The cities that playoff football forgot

Posted Jan. 06, 2011 @ 12:20 p.m.
Posted By Eli Kaberon

Since Jan. 8, 2000, a lot has happened in the world of pro football. Tom Brady has gone from unknown backup to greatest QB of the generation. Michael Strahan and Brett Favre reminded Americans the right and wrong ways to end their careers on top. Even the team once known as the 'Aints took home a Lombardi Trophy. Yet, there's one thing that hasn't taken place: the Bills and Lions playing in the postseason.

It now has been 11 years since those two teams played in the playoffs. Every other franchise that was around at that time has made the playoffs since then, but not Buffalo or Detroit. Both franchises have had some unfortunate draft picks; a couple of balls didn't bounce their way. But no playoff trips in more than a decade is a shock, considering the parity that has spread throughout the rest of the league.

Just look at the numbers: Every year more than a third of the league makes the postseason. The past two years 17 different teams have made the playoffs. Go back to '08 and the number rises to 21 different teams. It has proven to be nearly mathematically impossible to go an extended period of time in the NFL without making the playoffs, yet the Bills and Lions defy the odds, year after year.

The strange thing is, these two teams weren't always synonymous with losing. Buffalo made the playoffs 10 times between 1988-99, reaching four Super Bowls in a row behind a group of Hall of Fame players. Entering that playoff game vs. the Titans following the '99 season, the Bills appeared to have a talented 26-year-old QB in Rob Johnson whom they could build around for many years to come.

Detroit, meanwhile, was a constant participant in January football in the 1990s, with Barry Sanders as its main attraction. Even after his retirement prior to the '99 season, the Lions still ground out a wild-card berth in a competitive NFC Central. As the world worried about the repercussions of the Y2K bug, nobody could have foreseen that these two teams would fade into football oblivion.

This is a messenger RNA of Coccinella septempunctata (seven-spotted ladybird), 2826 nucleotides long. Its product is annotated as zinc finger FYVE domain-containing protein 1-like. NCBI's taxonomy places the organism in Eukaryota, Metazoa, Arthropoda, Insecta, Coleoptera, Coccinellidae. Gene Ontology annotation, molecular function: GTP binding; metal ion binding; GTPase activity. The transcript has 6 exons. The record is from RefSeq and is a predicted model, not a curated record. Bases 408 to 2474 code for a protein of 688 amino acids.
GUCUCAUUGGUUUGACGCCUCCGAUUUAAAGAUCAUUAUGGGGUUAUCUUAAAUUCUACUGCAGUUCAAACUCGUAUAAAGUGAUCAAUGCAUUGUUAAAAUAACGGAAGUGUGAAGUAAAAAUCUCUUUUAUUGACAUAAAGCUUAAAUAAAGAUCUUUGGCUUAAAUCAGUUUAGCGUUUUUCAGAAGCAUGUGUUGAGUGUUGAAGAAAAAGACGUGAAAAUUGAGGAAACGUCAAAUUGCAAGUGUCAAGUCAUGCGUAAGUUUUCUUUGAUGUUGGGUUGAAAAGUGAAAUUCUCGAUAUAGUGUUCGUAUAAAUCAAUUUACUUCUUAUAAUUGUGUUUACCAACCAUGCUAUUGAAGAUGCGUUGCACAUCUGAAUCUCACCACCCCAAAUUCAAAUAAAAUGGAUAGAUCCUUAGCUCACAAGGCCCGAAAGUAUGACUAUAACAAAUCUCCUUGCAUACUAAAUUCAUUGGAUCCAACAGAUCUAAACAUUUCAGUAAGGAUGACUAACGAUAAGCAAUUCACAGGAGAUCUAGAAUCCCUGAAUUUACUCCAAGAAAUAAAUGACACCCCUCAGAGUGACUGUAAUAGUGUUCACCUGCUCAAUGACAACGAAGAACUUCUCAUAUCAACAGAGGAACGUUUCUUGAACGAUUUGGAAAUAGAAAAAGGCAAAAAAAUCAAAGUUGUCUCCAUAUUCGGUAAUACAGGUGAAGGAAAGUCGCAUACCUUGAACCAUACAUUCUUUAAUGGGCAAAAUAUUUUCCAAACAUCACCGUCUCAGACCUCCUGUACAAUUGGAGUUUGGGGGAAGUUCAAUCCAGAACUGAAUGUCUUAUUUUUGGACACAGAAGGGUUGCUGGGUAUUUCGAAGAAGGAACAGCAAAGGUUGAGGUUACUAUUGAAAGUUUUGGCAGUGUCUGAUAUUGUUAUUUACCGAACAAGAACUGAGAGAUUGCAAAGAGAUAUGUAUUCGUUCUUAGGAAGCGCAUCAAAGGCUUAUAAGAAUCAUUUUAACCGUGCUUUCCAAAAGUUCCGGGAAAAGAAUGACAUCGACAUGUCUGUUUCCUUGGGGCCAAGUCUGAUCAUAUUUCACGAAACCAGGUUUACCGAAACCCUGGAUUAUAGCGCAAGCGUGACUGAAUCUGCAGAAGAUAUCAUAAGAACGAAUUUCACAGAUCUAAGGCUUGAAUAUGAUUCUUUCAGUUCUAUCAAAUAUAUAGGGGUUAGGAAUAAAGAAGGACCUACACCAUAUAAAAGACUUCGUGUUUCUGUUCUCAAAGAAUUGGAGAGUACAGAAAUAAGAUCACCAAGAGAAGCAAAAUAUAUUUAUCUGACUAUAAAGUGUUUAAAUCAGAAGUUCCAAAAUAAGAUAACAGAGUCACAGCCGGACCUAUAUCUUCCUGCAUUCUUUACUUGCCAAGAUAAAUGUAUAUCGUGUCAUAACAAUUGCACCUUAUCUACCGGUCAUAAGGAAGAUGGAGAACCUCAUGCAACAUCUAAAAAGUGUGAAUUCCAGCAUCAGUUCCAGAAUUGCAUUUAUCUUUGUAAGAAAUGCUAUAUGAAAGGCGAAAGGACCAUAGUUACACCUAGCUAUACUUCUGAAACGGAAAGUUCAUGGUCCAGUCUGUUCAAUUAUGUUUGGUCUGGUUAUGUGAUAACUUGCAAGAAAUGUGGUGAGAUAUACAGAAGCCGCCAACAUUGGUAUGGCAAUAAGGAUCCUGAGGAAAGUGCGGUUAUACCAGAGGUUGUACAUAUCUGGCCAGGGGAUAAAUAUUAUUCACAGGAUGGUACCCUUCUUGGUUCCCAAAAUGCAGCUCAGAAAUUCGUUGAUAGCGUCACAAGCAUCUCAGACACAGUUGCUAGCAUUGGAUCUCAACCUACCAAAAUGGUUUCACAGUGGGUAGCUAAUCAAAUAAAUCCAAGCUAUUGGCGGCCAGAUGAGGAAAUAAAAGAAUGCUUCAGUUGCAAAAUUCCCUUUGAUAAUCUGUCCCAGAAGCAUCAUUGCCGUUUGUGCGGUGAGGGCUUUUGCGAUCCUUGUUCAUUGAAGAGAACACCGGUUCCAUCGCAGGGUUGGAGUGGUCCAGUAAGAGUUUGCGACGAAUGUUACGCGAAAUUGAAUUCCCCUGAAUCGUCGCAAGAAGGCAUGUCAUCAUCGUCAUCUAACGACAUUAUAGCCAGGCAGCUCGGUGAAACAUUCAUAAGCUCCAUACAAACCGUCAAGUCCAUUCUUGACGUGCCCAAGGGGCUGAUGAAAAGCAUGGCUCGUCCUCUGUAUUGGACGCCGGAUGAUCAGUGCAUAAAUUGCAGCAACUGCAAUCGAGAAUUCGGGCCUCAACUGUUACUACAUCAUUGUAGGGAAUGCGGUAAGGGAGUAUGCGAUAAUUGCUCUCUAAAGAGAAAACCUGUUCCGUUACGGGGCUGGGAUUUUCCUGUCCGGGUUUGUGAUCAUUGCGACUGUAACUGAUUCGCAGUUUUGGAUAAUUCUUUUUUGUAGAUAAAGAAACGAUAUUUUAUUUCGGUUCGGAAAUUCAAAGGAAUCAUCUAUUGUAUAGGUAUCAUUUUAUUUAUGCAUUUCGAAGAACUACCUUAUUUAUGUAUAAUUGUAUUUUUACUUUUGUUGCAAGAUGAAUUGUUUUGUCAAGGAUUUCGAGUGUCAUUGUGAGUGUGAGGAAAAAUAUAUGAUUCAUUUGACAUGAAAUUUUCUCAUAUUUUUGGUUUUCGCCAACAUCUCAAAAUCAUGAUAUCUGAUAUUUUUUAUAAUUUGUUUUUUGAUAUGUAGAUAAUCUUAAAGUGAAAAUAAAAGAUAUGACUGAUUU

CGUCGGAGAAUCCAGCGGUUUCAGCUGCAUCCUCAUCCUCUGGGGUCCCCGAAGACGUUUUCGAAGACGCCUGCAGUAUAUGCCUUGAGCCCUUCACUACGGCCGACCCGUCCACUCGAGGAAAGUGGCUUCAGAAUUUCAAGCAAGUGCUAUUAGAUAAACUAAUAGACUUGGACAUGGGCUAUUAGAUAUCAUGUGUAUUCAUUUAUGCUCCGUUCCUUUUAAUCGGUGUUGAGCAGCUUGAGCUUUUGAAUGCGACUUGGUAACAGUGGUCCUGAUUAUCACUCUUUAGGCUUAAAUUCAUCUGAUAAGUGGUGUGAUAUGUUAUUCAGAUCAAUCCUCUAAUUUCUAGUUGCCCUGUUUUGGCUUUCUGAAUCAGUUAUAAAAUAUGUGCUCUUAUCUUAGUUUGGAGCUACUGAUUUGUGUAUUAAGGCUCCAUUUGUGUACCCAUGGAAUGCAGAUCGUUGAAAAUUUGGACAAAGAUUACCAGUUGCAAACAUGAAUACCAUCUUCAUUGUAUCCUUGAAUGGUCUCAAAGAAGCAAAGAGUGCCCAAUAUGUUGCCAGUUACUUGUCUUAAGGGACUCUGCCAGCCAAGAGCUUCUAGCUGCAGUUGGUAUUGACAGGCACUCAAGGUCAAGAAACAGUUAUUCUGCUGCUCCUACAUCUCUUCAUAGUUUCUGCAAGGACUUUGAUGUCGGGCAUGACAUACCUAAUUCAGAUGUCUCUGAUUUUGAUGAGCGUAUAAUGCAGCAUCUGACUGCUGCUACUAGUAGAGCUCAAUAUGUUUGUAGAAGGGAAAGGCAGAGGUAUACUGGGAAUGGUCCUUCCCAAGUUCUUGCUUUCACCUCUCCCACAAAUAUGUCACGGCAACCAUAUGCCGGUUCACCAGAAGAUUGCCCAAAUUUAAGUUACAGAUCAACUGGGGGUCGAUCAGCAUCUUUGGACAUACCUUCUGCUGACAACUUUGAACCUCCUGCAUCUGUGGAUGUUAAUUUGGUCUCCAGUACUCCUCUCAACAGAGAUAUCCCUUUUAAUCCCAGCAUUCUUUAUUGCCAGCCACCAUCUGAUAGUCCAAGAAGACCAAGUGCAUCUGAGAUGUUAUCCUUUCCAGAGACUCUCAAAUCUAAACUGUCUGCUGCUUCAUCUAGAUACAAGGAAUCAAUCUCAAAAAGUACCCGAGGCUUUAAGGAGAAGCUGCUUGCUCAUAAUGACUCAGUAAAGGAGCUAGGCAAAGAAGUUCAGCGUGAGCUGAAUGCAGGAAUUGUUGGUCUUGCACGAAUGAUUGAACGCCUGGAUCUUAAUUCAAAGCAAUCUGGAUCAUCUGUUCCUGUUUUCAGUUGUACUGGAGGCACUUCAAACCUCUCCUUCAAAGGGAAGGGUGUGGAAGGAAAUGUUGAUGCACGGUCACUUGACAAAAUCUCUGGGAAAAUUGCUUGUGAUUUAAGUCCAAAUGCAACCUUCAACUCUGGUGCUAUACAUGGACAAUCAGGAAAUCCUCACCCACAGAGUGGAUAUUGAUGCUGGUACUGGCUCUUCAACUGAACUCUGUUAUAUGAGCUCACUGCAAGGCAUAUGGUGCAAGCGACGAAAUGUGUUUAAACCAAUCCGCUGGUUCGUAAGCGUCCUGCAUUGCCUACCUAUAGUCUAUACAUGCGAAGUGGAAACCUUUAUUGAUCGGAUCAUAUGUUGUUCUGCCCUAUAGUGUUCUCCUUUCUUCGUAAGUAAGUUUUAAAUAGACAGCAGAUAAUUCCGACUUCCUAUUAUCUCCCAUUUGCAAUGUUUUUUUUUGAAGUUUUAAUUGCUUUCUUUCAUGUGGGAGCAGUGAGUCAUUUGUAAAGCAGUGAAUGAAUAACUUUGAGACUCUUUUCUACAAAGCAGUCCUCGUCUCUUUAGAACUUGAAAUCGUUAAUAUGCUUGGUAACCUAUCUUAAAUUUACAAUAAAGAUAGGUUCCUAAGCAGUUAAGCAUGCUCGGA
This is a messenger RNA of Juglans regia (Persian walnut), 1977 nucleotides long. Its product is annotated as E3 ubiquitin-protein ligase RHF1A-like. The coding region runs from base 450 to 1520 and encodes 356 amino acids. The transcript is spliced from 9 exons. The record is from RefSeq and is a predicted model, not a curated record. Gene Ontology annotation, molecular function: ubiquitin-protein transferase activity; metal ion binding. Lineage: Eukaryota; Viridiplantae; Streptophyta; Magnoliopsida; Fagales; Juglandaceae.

That fateful day 11 years ago changed it all. The Bills played first, and anyone who has turned on ESPN Classic knows how that game ended. Buffalo took a one-point lead with 16 seconds left, only to see Frank Wycheck and Kevin Dyson execute the "Music City Miracle," giving Tennessee an improbable victory on its way to an appearance in the Super Bowl. Hours later, the Lions were overmatched by Stephen Davis and the Redskins, falling behind 27-0 at halftime before losing 27-13.

Since their last playoff appearance, the Bills have played to a record of 70-106, while the Lions have been even worse, at 48-128. Both teams have whiffed on free-agent signings, draft picks and head coaches. They both have been embarrassed on the field (see Buffalo's 15 consecutive losses to the Patriots) and off  (see nearly every one of Matt Millen's draft picks for the Lions) since Jan. 8, 2000.

Things began to turn for both teams in 2010. The Bills had one of the league's least-talented rosters but played hard every week and seem to be on the upswing. The Lions have stockpiled talent through the draft in recent years and finished the season with four consecutive wins. If everything goes right, maybe these two teams will make the playoffs in 2011. Odds say they have to — eventually.


This column was originally published in the current print edition of Pro Football Weekly, dated Jan. 9, 2011, which also includes a playoff primer with in-depth analysis of all 12 playoff teams, ranked from most likely to win Super Bowl XLV to least likely, our grades for all 36 NFL head coaches this season, plus columnists and insights into the upcoming NFL draft, handicapping and fantasy football. The Pro Football Weekly print edition is on sale at retail outlets across the country and at, where you can purchase either the print or electronic (PDF) version of this issue.